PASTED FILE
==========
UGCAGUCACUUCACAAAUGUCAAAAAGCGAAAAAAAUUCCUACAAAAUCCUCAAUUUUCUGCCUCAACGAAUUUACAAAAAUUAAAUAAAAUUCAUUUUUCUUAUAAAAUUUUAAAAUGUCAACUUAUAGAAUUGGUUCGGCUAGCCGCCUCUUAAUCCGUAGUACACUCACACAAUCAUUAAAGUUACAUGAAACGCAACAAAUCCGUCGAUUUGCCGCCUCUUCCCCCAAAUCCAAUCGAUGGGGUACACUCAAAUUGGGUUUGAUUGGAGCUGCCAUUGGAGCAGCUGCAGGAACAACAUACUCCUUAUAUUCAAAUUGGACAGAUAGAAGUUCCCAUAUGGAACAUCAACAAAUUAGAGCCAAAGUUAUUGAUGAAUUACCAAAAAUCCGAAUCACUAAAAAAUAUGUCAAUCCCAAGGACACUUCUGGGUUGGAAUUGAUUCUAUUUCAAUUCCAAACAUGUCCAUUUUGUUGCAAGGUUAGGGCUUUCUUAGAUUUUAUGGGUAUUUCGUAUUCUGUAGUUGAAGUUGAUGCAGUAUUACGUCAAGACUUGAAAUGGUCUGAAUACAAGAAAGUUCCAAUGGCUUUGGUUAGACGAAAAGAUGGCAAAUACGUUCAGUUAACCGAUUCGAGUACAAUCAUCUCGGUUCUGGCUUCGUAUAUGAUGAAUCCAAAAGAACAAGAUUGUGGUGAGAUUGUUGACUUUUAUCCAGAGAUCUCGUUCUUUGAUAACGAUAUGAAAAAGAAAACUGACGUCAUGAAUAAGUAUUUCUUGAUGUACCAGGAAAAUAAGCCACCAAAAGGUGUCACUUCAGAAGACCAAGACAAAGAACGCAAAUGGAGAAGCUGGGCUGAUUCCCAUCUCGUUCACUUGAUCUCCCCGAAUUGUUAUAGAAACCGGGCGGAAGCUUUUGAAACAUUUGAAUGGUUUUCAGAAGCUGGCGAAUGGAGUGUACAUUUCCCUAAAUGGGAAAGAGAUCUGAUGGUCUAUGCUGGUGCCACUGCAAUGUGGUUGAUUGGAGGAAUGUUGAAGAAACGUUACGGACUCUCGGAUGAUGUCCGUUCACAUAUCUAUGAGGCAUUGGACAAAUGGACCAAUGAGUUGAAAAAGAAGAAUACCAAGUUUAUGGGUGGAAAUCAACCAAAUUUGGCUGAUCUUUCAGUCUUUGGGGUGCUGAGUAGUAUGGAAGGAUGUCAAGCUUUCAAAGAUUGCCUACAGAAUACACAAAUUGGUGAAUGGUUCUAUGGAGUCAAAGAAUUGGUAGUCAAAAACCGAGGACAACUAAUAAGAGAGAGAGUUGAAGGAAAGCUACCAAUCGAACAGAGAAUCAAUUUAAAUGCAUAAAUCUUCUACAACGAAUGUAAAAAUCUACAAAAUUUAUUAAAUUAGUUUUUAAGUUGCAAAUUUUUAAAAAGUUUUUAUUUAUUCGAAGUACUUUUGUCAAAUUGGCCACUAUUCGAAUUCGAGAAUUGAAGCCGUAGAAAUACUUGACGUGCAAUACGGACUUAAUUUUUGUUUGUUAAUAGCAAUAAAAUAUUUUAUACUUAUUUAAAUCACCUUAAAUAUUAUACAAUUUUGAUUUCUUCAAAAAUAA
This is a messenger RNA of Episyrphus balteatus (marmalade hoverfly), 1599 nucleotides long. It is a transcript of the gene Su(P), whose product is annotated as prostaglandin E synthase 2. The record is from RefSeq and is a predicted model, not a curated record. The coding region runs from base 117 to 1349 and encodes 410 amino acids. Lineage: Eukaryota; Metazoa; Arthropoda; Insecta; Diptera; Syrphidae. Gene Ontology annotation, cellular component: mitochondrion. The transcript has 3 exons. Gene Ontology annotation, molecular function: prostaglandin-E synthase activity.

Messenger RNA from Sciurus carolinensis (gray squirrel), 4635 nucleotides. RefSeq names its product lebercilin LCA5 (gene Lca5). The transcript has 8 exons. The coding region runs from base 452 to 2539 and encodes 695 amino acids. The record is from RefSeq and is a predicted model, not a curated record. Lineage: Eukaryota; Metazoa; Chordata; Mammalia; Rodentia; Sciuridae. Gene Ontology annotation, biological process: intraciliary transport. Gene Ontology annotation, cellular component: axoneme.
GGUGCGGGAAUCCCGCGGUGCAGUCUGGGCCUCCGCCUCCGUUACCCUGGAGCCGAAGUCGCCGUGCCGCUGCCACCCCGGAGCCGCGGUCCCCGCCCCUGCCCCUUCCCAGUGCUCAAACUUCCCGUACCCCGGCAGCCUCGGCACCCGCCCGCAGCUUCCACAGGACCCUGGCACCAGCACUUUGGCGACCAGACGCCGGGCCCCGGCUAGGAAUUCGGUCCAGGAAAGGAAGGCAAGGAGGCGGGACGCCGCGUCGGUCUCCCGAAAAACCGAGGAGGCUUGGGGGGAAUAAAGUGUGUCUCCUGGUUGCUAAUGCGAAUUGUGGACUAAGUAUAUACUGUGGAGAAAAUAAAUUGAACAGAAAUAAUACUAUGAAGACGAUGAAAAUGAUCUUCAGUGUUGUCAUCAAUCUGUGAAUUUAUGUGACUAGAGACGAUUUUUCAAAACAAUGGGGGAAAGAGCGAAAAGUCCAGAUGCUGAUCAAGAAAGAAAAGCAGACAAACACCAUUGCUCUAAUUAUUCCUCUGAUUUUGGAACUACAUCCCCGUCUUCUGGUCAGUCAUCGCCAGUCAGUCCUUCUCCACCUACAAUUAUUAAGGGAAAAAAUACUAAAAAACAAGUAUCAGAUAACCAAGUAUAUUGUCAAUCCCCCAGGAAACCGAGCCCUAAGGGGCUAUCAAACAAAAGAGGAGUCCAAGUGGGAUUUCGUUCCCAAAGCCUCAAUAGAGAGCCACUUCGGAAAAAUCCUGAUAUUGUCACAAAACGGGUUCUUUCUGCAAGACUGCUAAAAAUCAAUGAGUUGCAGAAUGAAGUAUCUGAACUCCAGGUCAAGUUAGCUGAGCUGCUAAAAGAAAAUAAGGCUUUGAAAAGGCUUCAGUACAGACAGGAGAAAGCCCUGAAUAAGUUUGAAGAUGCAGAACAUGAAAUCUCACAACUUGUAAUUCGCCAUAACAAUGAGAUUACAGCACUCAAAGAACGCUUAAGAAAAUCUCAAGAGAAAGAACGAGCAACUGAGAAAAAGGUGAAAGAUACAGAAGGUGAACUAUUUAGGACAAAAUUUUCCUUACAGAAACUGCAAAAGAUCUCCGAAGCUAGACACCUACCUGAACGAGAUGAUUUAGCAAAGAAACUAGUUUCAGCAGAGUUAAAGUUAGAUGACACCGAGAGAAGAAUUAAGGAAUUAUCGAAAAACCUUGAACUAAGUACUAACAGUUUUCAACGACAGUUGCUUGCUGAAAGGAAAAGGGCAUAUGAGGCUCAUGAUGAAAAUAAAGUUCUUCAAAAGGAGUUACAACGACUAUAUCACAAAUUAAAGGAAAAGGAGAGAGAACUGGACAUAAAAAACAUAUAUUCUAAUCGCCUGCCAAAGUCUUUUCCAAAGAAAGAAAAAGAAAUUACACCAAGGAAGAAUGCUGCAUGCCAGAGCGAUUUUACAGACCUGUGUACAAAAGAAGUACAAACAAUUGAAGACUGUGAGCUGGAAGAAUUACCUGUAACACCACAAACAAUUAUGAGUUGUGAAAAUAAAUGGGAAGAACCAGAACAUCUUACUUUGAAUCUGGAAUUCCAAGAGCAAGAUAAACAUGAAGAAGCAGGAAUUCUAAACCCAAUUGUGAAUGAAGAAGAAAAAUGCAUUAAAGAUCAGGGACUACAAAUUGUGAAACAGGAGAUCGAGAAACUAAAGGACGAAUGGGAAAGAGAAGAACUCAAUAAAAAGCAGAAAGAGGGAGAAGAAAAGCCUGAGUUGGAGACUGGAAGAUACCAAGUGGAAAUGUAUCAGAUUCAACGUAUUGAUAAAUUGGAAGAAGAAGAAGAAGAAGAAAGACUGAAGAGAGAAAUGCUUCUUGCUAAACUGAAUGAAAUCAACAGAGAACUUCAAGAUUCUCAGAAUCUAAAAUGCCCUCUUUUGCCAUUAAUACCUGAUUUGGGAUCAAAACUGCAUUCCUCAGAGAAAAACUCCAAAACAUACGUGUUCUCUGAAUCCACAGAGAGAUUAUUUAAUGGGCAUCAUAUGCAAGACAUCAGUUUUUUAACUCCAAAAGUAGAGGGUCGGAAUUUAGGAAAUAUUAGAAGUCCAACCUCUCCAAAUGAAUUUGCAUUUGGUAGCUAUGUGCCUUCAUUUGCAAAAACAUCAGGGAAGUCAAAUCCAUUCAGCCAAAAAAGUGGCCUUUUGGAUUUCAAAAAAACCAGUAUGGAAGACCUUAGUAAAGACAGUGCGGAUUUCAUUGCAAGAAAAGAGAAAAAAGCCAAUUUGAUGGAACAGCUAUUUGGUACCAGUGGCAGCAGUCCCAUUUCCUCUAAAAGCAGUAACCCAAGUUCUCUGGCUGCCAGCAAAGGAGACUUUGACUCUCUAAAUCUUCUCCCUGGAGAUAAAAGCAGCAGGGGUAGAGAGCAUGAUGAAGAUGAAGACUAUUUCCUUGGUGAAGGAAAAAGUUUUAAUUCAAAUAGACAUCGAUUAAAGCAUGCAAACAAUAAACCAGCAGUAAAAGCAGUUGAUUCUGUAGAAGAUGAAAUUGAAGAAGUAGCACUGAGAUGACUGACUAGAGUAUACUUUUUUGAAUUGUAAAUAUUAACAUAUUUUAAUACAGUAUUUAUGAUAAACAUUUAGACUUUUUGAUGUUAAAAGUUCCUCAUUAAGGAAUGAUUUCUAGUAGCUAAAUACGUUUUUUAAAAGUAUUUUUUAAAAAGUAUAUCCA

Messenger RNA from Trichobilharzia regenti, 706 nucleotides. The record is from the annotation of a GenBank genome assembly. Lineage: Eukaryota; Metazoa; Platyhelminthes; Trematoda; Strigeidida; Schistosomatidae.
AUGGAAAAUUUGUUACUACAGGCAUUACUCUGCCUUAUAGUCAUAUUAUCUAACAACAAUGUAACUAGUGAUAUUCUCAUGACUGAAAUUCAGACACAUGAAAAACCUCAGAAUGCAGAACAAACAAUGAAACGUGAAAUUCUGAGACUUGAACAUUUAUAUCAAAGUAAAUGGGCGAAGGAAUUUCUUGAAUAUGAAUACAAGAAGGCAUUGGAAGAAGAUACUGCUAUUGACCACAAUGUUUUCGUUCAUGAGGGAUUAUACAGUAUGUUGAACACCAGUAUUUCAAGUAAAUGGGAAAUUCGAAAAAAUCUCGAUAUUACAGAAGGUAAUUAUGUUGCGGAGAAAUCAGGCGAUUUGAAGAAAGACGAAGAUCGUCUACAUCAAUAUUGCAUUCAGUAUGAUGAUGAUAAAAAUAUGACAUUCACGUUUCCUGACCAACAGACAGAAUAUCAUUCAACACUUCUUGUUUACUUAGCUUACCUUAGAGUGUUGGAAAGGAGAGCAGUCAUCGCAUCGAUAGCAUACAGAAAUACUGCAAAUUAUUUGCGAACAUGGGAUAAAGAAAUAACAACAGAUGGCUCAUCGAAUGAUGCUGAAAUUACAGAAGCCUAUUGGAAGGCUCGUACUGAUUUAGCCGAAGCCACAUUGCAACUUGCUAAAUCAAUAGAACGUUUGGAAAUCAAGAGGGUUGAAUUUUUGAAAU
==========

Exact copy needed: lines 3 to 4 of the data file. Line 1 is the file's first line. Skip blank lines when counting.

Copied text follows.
Messenger RNA from Sciurus carolinensis (gray squirrel), 4635 nucleotides. RefSeq names its product lebercilin LCA5 (gene Lca5). The transcript has 8 exons. The coding region runs from base 452 to 2539 and encodes 695 amino acids. The record is from RefSeq and is a predicted model, not a curated record. Lineage: Eukaryota; Metazoa; Chordata; Mammalia; Rodentia; Sciuridae. Gene Ontology annotation, biological process: intraciliary transport. Gene Ontology annotation, cellular component: axoneme.
GGUGCGGGAAUCCCGCGGUGCAGUCUGGGCCUCCGCCUCCGUUACCCUGGAGCCGAAGUCGCCGUGCCGCUGCCACCCCGGAGCCGCGGUCCCCGCCCCUGCCCCUUCCCAGUGCUCAAACUUCCCGUACCCCGGCAGCCUCGGCACCCGCCCGCAGCUUCCACAGGACCCUGGCACCAGCACUUUGGCGACCAGACGCCGGGCCCCGGCUAGGAAUUCGGUCCAGGAAAGGAAGGCAAGGAGGCGGGACGCCGCGUCGGUCUCCCGAAAAACCGAGGAGGCUUGGGGGGAAUAAAGUGUGUCUCCUGGUUGCUAAUGCGAAUUGUGGACUAAGUAUAUACUGUGGAGAAAAUAAAUUGAACAGAAAUAAUACUAUGAAGACGAUGAAAAUGAUCUUCAGUGUUGUCAUCAAUCUGUGAAUUUAUGUGACUAGAGACGAUUUUUCAAAACAAUGGGGGAAAGAGCGAAAAGUCCAGAUGCUGAUCAAGAAAGAAAAGCAGACAAACACCAUUGCUCUAAUUAUUCCUCUGAUUUUGGAACUACAUCCCCGUCUUCUGGUCAGUCAUCGCCAGUCAGUCCUUCUCCACCUACAAUUAUUAAGGGAAAAAAUACUAAAAAACAAGUAUCAGAUAACCAAGUAUAUUGUCAAUCCCCCAGGAAACCGAGCCCUAAGGGGCUAUCAAACAAAAGAGGAGUCCAAGUGGGAUUUCGUUCCCAAAGCCUCAAUAGAGAGCCACUUCGGAAAAAUCCUGAUAUUGUCACAAAACGGGUUCUUUCUGCAAGACUGCUAAAAAUCAAUGAGUUGCAGAAUGAAGUAUCUGAACUCCAGGUCAAGUUAGCUGAGCUGCUAAAAGAAAAUAAGGCUUUGAAAAGGCUUCAGUACAGACAGGAGAAAGCCCUGAAUAAGUUUGAAGAUGCAGAACAUGAAAUCUCACAACUUGUAAUUCGCCAUAACAAUGAGAUUACAGCACUCAAAGAACGCUUAAGAAAAUCUCAAGAGAAAGAACGAGCAACUGAGAAAAAGGUGAAAGAUACAGAAGGUGAACUAUUUAGGACAAAAUUUUCCUUACAGAAACUGCAAAAGAUCUCCGAAGCUAGACACCUACCUGAACGAGAUGAUUUAGCAAAGAAACUAGUUUCAGCAGAGUUAAAGUUAGAUGACACCGAGAGAAGAAUUAAGGAAUUAUCGAAAAACCUUGAACUAAGUACUAACAGUUUUCAACGACAGUUGCUUGCUGAAAGGAAAAGGGCAUAUGAGGCUCAUGAUGAAAAUAAAGUUCUUCAAAAGGAGUUACAACGACUAUAUCACAAAUUAAAGGAAAAGGAGAGAGAACUGGACAUAAAAAACAUAUAUUCUAAUCGCCUGCCAAAGUCUUUUCCAAAGAAAGAAAAAGAAAUUACACCAAGGAAGAAUGCUGCAUGCCAGAGCGAUUUUACAGACCUGUGUACAAAAGAAGUACAAACAAUUGAAGACUGUGAGCUGGAAGAAUUACCUGUAACACCACAAACAAUUAUGAGUUGUGAAAAUAAAUGGGAAGAACCAGAACAUCUUACUUUGAAUCUGGAAUUCCAAGAGCAAGAUAAACAUGAAGAAGCAGGAAUUCUAAACCCAAUUGUGAAUGAAGAAGAAAAAUGCAUUAAAGAUCAGGGACUACAAAUUGUGAAACAGGAGAUCGAGAAACUAAAGGACGAAUGGGAAAGAGAAGAACUCAAUAAAAAGCAGAAAGAGGGAGAAGAAAAGCCUGAGUUGGAGACUGGAAGAUACCAAGUGGAAAUGUAUCAGAUUCAACGUAUUGAUAAAUUGGAAGAAGAAGAAGAAGAAGAAAGACUGAAGAGAGAAAUGCUUCUUGCUAAACUGAAUGAAAUCAACAGAGAACUUCAAGAUUCUCAGAAUCUAAAAUGCCCUCUUUUGCCAUUAAUACCUGAUUUGGGAUCAAAACUGCAUUCCUCAGAGAAAAACUCCAAAACAUACGUGUUCUCUGAAUCCACAGAGAGAUUAUUUAAUGGGCAUCAUAUGCAAGACAUCAGUUUUUUAACUCCAAAAGUAGAGGGUCGGAAUUUAGGAAAUAUUAGAAGUCCAACCUCUCCAAAUGAAUUUGCAUUUGGUAGCUAUGUGCCUUCAUUUGCAAAAACAUCAGGGAAGUCAAAUCCAUUCAGCCAAAAAAGUGGCCUUUUGGAUUUCAAAAAAACCAGUAUGGAAGACCUUAGUAAAGACAGUGCGGAUUUCAUUGCAAGAAAAGAGAAAAAAGCCAAUUUGAUGGAACAGCUAUUUGGUACCAGUGGCAGCAGUCCCAUUUCCUCUAAAAGCAGUAACCCAAGUUCUCUGGCUGCCAGCAAAGGAGACUUUGACUCUCUAAAUCUUCUCCCUGGAGAUAAAAGCAGCAGGGGUAGAGAGCAUGAUGAAGAUGAAGACUAUUUCCUUGGUGAAGGAAAAAGUUUUAAUUCAAAUAGACAUCGAUUAAAGCAUGCAAACAAUAAACCAGCAGUAAAAGCAGUUGAUUCUGUAGAAGAUGAAAUUGAAGAAGUAGCACUGAGAUGACUGACUAGAGUAUACUUUUUUGAAUUGUAAAUAUUAACAUAUUUUAAUACAGUAUUUAUGAUAAACAUUUAGACUUUUUGAUGUUAAAAGUUCCUCAUUAAGGAAUGAUUUCUAGUAGCUAAAUACGUUUUUUAAAAGUAUUUUUUAAAAAGUAUAUCCA